Gary: I left Christianity after evaluating the many inconsistencies and false claims in the Bible, not just because of a couple of books by Bart Ehrman. One of those inconsistencies/false claims is: the evolving concept of an afterlife in the OT.
Christian blogger: That’s not problematic given Jewish or Christian theism. Since there’s the Biblical concept of progressive revelation whereby God grants more and more information about spiritual matters down through Redemptive History. It’s not one large data dump. That progression is seen even within the the Old Testament. And even within the first five books [i.e. the Torah/Penteteuch]. Also, “evolving” in what way? The Old Testament taught a conscious afterlife in Sheol and hinted at a more blessed condition for the righteous than for the unrighteous. That basic outline is completely consistent and compatible with the New Testament’s understanding of the afterlife. While it has some flaws [as Annihilationists point out], I recommend the general arguments presented by Robert Morey in his book “Death and the Afterlife.” For example, he points out how Gen. 35:18 says regarding Rachel “And as her soul was departing (for she was dying).” Implying an immaterial aspect to Rachel and its departure. Sure, the Hebrew word “soul” used could sometimes be translated “life,” but in this case it could also [more?] plausibly be translated as “soul.” Similar to how in 1 Ki 17:21 the “soul” [or “life”] came back INTO the child’s body. Or how Jacob said in Gen. 37:35, “No, I shall go down to Sheol to my son, mourning.” Implying Jacob believed in a conscious afterlife in Sheol where he would be reunited with his son Joseph.
While a bit dated, here’s a public domain link to Messianic Jewish scholar Alfred Edersheim’s Appendix 19 in his famous book, “Life and Times of Jesus the Messiah.” He shows how the New Testament didn’t invent the Christian afterlife out of thin air, but was partly built upon previous 2nd Temple Jewish beliefs about the afterlife. Beliefs that themselves were built upon from the Old Testament revelation.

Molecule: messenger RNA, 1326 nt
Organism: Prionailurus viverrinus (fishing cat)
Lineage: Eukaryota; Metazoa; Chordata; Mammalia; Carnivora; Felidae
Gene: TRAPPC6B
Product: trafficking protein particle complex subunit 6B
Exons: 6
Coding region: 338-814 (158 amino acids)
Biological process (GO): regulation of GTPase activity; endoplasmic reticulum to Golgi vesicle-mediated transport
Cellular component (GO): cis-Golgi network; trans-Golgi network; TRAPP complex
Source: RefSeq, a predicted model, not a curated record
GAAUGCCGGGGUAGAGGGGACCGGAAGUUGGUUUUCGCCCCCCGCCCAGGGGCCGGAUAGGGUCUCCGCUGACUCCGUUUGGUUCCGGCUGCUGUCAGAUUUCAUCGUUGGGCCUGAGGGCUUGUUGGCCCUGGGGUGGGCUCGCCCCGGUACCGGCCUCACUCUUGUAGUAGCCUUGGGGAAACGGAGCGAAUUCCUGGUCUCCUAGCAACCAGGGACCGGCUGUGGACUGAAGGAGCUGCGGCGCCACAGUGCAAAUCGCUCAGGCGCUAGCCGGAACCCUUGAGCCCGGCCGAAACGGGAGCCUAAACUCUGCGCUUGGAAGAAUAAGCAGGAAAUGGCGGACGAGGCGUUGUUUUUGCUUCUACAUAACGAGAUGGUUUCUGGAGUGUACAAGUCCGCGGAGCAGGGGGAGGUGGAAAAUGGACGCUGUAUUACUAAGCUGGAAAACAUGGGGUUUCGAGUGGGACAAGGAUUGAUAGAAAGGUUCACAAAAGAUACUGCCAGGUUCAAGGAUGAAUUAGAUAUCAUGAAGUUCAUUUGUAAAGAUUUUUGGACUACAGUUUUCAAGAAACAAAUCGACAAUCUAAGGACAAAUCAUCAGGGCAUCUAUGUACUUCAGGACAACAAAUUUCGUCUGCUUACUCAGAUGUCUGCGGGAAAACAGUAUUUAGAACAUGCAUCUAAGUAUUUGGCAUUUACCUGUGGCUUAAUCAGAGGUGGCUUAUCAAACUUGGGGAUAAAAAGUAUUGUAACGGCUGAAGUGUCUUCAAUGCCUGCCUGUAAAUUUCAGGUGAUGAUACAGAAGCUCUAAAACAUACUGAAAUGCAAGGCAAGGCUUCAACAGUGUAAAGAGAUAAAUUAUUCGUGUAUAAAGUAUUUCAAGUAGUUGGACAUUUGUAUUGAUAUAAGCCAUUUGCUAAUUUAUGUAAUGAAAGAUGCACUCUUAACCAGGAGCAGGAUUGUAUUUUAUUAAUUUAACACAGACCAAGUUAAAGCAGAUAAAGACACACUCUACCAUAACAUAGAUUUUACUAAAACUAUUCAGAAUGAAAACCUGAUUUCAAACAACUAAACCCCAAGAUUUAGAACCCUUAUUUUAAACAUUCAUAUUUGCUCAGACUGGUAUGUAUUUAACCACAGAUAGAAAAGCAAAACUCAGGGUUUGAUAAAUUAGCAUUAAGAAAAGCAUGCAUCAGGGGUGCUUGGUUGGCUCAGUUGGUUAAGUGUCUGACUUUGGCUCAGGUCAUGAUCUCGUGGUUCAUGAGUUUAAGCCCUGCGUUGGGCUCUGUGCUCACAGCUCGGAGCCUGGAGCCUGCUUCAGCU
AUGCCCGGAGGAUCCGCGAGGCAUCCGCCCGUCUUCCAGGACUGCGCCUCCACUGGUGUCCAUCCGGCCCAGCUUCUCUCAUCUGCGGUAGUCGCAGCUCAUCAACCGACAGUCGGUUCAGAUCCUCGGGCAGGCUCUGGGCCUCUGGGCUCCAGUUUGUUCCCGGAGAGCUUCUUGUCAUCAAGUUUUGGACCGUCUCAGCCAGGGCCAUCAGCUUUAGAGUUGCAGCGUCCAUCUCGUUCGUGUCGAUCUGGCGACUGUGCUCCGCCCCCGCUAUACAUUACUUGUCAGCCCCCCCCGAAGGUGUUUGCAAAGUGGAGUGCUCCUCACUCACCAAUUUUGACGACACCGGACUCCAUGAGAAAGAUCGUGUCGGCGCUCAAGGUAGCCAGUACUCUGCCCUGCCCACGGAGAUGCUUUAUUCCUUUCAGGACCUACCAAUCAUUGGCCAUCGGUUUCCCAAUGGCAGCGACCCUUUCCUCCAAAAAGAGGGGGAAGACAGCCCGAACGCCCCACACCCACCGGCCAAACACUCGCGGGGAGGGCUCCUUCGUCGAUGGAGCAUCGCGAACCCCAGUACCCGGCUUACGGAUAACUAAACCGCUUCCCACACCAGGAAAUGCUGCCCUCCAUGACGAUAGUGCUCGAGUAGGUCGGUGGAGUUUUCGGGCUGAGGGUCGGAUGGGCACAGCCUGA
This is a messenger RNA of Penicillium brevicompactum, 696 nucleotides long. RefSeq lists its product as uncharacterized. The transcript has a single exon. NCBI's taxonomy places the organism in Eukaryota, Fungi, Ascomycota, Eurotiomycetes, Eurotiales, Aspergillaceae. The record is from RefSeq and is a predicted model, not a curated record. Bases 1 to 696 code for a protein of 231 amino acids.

Appendix 19, On Eternal Punishment, According to the Rabbis and the New Testament by Edersheim
“Since there’s the Biblical concept of progressive revelation whereby God grants more and more information about spiritual matters down through Redemptive History. It’s not one large data dump.”
Says who? Did God say this or is this “apologetic spin”, an ad hoc “harmonization” to explain away inconsistencies in one’s belief system? Yes, the Christian god may exist and, yes, progressive revelation might be true. But it is also entirely possible that the concept of an afterlife did not develop until the Jews were taken into captivity and exposed to the religions of Babylon, Persia, and Greece/Macedonia. Prior to their captivity, Jews believed that obedience to God resulted in blessings in THIS life. Once they were captives, the chances of blessings in this life looked bleak, their theology changed. Now obedience to God might not provide any benefits in the life, but one could look forward to blessings (or punishment) in the next.
Bottom line: Progressive revelation might be true but it also may be nothing more than an ad hoc rationalization for a gaping inconsistency between the God of the Hebrews and the God of Christians. In my re-evaluation of Christianity, it wasn’t just one inconsistency. It was MANY. I came to realize that Christianity is a house of cards, a house of cards held together by the glue of ASSUMPTIONS. Christians must make a lot of assumptions to maintain their faith.
End of post.